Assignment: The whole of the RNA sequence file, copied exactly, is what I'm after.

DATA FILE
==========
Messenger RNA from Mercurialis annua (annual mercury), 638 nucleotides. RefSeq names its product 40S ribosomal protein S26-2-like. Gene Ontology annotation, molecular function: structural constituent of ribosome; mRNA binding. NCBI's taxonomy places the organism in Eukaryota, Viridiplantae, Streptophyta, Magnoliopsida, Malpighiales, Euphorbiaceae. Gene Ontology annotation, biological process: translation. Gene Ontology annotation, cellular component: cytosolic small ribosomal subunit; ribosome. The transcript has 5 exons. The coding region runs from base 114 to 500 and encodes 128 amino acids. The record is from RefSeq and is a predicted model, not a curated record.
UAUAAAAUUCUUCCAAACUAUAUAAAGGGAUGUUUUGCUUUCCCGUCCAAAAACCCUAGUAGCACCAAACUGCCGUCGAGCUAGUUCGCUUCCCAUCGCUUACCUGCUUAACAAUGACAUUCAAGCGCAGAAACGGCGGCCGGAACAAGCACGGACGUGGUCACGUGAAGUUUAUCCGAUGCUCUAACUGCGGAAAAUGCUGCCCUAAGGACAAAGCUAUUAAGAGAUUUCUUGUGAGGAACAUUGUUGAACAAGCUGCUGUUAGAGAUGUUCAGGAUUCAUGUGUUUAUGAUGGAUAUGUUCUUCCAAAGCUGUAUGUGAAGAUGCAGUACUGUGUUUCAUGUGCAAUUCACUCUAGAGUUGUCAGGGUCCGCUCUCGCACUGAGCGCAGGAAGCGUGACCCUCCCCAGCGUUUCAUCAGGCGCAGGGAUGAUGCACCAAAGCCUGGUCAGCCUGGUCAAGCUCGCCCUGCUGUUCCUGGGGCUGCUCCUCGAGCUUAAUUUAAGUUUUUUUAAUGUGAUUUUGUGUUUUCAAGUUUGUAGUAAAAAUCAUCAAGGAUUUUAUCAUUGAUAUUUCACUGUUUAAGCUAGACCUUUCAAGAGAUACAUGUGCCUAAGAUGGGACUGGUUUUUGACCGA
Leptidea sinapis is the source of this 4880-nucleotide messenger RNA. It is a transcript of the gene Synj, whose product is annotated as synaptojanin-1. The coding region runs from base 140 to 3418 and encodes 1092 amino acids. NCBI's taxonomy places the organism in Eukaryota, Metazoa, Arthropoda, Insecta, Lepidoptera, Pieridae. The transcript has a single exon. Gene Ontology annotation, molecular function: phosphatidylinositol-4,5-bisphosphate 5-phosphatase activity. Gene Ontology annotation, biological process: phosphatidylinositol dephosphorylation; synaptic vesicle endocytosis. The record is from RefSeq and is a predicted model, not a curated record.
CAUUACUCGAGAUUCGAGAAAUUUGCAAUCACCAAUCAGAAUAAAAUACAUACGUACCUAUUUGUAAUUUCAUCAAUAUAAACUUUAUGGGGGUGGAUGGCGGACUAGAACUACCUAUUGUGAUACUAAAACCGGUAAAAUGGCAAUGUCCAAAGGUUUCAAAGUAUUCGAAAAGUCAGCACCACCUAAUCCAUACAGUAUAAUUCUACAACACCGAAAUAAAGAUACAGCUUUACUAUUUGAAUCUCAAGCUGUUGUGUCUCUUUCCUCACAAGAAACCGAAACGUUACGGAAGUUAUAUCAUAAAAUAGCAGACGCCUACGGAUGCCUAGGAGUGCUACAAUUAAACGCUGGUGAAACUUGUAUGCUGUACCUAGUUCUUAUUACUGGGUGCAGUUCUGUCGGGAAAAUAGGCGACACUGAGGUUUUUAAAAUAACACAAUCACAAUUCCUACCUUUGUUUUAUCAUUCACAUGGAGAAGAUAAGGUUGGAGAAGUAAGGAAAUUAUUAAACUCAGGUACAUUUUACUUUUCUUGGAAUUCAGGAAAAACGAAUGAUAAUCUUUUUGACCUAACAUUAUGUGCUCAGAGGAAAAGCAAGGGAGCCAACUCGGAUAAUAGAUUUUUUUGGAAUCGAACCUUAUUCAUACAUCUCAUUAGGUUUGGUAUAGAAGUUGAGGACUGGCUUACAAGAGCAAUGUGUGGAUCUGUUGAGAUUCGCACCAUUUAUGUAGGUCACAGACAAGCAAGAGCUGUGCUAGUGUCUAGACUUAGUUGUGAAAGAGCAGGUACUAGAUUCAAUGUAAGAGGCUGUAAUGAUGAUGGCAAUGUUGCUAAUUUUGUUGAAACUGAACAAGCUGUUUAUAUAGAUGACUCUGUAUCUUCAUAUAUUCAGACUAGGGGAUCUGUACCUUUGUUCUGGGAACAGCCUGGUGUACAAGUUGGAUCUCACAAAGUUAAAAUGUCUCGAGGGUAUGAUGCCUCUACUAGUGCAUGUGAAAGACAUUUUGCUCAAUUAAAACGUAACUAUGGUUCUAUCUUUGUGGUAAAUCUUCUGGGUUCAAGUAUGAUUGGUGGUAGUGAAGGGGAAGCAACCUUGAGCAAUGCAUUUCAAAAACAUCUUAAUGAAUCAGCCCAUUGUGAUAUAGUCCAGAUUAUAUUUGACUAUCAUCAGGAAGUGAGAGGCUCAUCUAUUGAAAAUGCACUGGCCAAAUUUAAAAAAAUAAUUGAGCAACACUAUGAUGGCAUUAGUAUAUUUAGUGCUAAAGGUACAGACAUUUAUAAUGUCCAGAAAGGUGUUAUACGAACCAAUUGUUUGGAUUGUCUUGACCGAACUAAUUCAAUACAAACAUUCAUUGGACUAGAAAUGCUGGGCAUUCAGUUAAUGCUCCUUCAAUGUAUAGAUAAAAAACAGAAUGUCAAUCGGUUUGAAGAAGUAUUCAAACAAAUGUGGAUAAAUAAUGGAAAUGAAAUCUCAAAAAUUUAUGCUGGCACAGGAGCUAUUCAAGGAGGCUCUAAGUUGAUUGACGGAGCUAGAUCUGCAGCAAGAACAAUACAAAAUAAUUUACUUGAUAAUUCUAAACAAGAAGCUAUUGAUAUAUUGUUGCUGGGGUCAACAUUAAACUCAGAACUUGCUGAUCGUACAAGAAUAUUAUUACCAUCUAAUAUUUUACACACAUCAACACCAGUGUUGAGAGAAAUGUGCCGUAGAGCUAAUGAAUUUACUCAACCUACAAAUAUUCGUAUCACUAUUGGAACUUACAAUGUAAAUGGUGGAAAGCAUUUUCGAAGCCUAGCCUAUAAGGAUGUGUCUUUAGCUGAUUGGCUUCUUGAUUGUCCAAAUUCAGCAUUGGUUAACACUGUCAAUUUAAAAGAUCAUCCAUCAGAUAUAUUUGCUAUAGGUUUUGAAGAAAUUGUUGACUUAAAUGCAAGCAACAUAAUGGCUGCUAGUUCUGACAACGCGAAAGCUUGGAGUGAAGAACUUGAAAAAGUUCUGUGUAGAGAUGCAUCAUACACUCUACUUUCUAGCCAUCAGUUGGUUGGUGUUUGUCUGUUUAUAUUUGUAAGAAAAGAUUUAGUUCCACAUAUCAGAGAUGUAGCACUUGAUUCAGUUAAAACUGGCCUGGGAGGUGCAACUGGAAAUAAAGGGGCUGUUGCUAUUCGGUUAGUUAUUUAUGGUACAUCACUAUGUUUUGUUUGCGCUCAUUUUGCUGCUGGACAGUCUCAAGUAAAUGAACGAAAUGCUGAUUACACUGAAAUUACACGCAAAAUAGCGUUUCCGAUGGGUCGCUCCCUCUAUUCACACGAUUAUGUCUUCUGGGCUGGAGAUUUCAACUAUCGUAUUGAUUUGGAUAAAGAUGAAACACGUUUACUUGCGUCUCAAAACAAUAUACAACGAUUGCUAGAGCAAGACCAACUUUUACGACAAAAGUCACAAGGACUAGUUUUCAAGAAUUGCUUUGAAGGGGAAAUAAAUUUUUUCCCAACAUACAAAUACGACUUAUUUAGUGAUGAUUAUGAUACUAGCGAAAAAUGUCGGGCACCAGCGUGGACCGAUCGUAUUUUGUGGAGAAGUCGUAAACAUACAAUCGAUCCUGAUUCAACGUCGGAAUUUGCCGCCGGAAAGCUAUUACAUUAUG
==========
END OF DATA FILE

Messenger RNA from Mercurialis annua (annual mercury), 638 nucleotides. RefSeq names its product 40S ribosomal protein S26-2-like. Gene Ontology annotation, molecular function: structural constituent of ribosome; mRNA binding. NCBI's taxonomy places the organism in Eukaryota, Viridiplantae, Streptophyta, Magnoliopsida, Malpighiales, Euphorbiaceae. Gene Ontology annotation, biological process: translation. Gene Ontology annotation, cellular component: cytosolic small ribosomal subunit; ribosome. The transcript has 5 exons. The coding region runs from base 114 to 500 and encodes 128 amino acids. The record is from RefSeq and is a predicted model, not a curated record.
UAUAAAAUUCUUCCAAACUAUAUAAAGGGAUGUUUUGCUUUCCCGUCCAAAAACCCUAGUAGCACCAAACUGCCGUCGAGCUAGUUCGCUUCCCAUCGCUUACCUGCUUAACAAUGACAUUCAAGCGCAGAAACGGCGGCCGGAACAAGCACGGACGUGGUCACGUGAAGUUUAUCCGAUGCUCUAACUGCGGAAAAUGCUGCCCUAAGGACAAAGCUAUUAAGAGAUUUCUUGUGAGGAACAUUGUUGAACAAGCUGCUGUUAGAGAUGUUCAGGAUUCAUGUGUUUAUGAUGGAUAUGUUCUUCCAAAGCUGUAUGUGAAGAUGCAGUACUGUGUUUCAUGUGCAAUUCACUCUAGAGUUGUCAGGGUCCGCUCUCGCACUGAGCGCAGGAAGCGUGACCCUCCCCAGCGUUUCAUCAGGCGCAGGGAUGAUGCACCAAAGCCUGGUCAGCCUGGUCAAGCUCGCCCUGCUGUUCCUGGGGCUGCUCCUCGAGCUUAAUUUAAGUUUUUUUAAUGUGAUUUUGUGUUUUCAAGUUUGUAGUAAAAAUCAUCAAGGAUUUUAUCAUUGAUAUUUCACUGUUUAAGCUAGACCUUUCAAGAGAUACAUGUGCCUAAGAUGGGACUGGUUUUUGACCGA
Leptidea sinapis is the source of this 4880-nucleotide messenger RNA. It is a transcript of the gene Synj, whose product is annotated as synaptojanin-1. The coding region runs from base 140 to 3418 and encodes 1092 amino acids. NCBI's taxonomy places the organism in Eukaryota, Metazoa, Arthropoda, Insecta, Lepidoptera, Pieridae. The transcript has a single exon. Gene Ontology annotation, molecular function: phosphatidylinositol-4,5-bisphosphate 5-phosphatase activity. Gene Ontology annotation, biological process: phosphatidylinositol dephosphorylation; synaptic vesicle endocytosis. The record is from RefSeq and is a predicted model, not a curated record.
CAUUACUCGAGAUUCGAGAAAUUUGCAAUCACCAAUCAGAAUAAAAUACAUACGUACCUAUUUGUAAUUUCAUCAAUAUAAACUUUAUGGGGGUGGAUGGCGGACUAGAACUACCUAUUGUGAUACUAAAACCGGUAAAAUGGCAAUGUCCAAAGGUUUCAAAGUAUUCGAAAAGUCAGCACCACCUAAUCCAUACAGUAUAAUUCUACAACACCGAAAUAAAGAUACAGCUUUACUAUUUGAAUCUCAAGCUGUUGUGUCUCUUUCCUCACAAGAAACCGAAACGUUACGGAAGUUAUAUCAUAAAAUAGCAGACGCCUACGGAUGCCUAGGAGUGCUACAAUUAAACGCUGGUGAAACUUGUAUGCUGUACCUAGUUCUUAUUACUGGGUGCAGUUCUGUCGGGAAAAUAGGCGACACUGAGGUUUUUAAAAUAACACAAUCACAAUUCCUACCUUUGUUUUAUCAUUCACAUGGAGAAGAUAAGGUUGGAGAAGUAAGGAAAUUAUUAAACUCAGGUACAUUUUACUUUUCUUGGAAUUCAGGAAAAACGAAUGAUAAUCUUUUUGACCUAACAUUAUGUGCUCAGAGGAAAAGCAAGGGAGCCAACUCGGAUAAUAGAUUUUUUUGGAAUCGAACCUUAUUCAUACAUCUCAUUAGGUUUGGUAUAGAAGUUGAGGACUGGCUUACAAGAGCAAUGUGUGGAUCUGUUGAGAUUCGCACCAUUUAUGUAGGUCACAGACAAGCAAGAGCUGUGCUAGUGUCUAGACUUAGUUGUGAAAGAGCAGGUACUAGAUUCAAUGUAAGAGGCUGUAAUGAUGAUGGCAAUGUUGCUAAUUUUGUUGAAACUGAACAAGCUGUUUAUAUAGAUGACUCUGUAUCUUCAUAUAUUCAGACUAGGGGAUCUGUACCUUUGUUCUGGGAACAGCCUGGUGUACAAGUUGGAUCUCACAAAGUUAAAAUGUCUCGAGGGUAUGAUGCCUCUACUAGUGCAUGUGAAAGACAUUUUGCUCAAUUAAAACGUAACUAUGGUUCUAUCUUUGUGGUAAAUCUUCUGGGUUCAAGUAUGAUUGGUGGUAGUGAAGGGGAAGCAACCUUGAGCAAUGCAUUUCAAAAACAUCUUAAUGAAUCAGCCCAUUGUGAUAUAGUCCAGAUUAUAUUUGACUAUCAUCAGGAAGUGAGAGGCUCAUCUAUUGAAAAUGCACUGGCCAAAUUUAAAAAAAUAAUUGAGCAACACUAUGAUGGCAUUAGUAUAUUUAGUGCUAAAGGUACAGACAUUUAUAAUGUCCAGAAAGGUGUUAUACGAACCAAUUGUUUGGAUUGUCUUGACCGAACUAAUUCAAUACAAACAUUCAUUGGACUAGAAAUGCUGGGCAUUCAGUUAAUGCUCCUUCAAUGUAUAGAUAAAAAACAGAAUGUCAAUCGGUUUGAAGAAGUAUUCAAACAAAUGUGGAUAAAUAAUGGAAAUGAAAUCUCAAAAAUUUAUGCUGGCACAGGAGCUAUUCAAGGAGGCUCUAAGUUGAUUGACGGAGCUAGAUCUGCAGCAAGAACAAUACAAAAUAAUUUACUUGAUAAUUCUAAACAAGAAGCUAUUGAUAUAUUGUUGCUGGGGUCAACAUUAAACUCAGAACUUGCUGAUCGUACAAGAAUAUUAUUACCAUCUAAUAUUUUACACACAUCAACACCAGUGUUGAGAGAAAUGUGCCGUAGAGCUAAUGAAUUUACUCAACCUACAAAUAUUCGUAUCACUAUUGGAACUUACAAUGUAAAUGGUGGAAAGCAUUUUCGAAGCCUAGCCUAUAAGGAUGUGUCUUUAGCUGAUUGGCUUCUUGAUUGUCCAAAUUCAGCAUUGGUUAACACUGUCAAUUUAAAAGAUCAUCCAUCAGAUAUAUUUGCUAUAGGUUUUGAAGAAAUUGUUGACUUAAAUGCAAGCAACAUAAUGGCUGCUAGUUCUGACAACGCGAAAGCUUGGAGUGAAGAACUUGAAAAAGUUCUGUGUAGAGAUGCAUCAUACACUCUACUUUCUAGCCAUCAGUUGGUUGGUGUUUGUCUGUUUAUAUUUGUAAGAAAAGAUUUAGUUCCACAUAUCAGAGAUGUAGCACUUGAUUCAGUUAAAACUGGCCUGGGAGGUGCAACUGGAAAUAAAGGGGCUGUUGCUAUUCGGUUAGUUAUUUAUGGUACAUCACUAUGUUUUGUUUGCGCUCAUUUUGCUGCUGGACAGUCUCAAGUAAAUGAACGAAAUGCUGAUUACACUGAAAUUACACGCAAAAUAGCGUUUCCGAUGGGUCGCUCCCUCUAUUCACACGAUUAUGUCUUCUGGGCUGGAGAUUUCAACUAUCGUAUUGAUUUGGAUAAAGAUGAAACACGUUUACUUGCGUCUCAAAACAAUAUACAACGAUUGCUAGAGCAAGACCAACUUUUACGACAAAAGUCACAAGGACUAGUUUUCAAGAAUUGCUUUGAAGGGGAAAUAAAUUUUUUCCCAACAUACAAAUACGACUUAUUUAGUGAUGAUUAUGAUACUAGCGAAAAAUGUCGGGCACCAGCGUGGACCGAUCGUAUUUUGUGGAGAAGUCGUAAACAUACAAUCGAUCCUGAUUCAACGUCGGAAUUUGCCGCCGGAAAGCUAUUACAUUAUG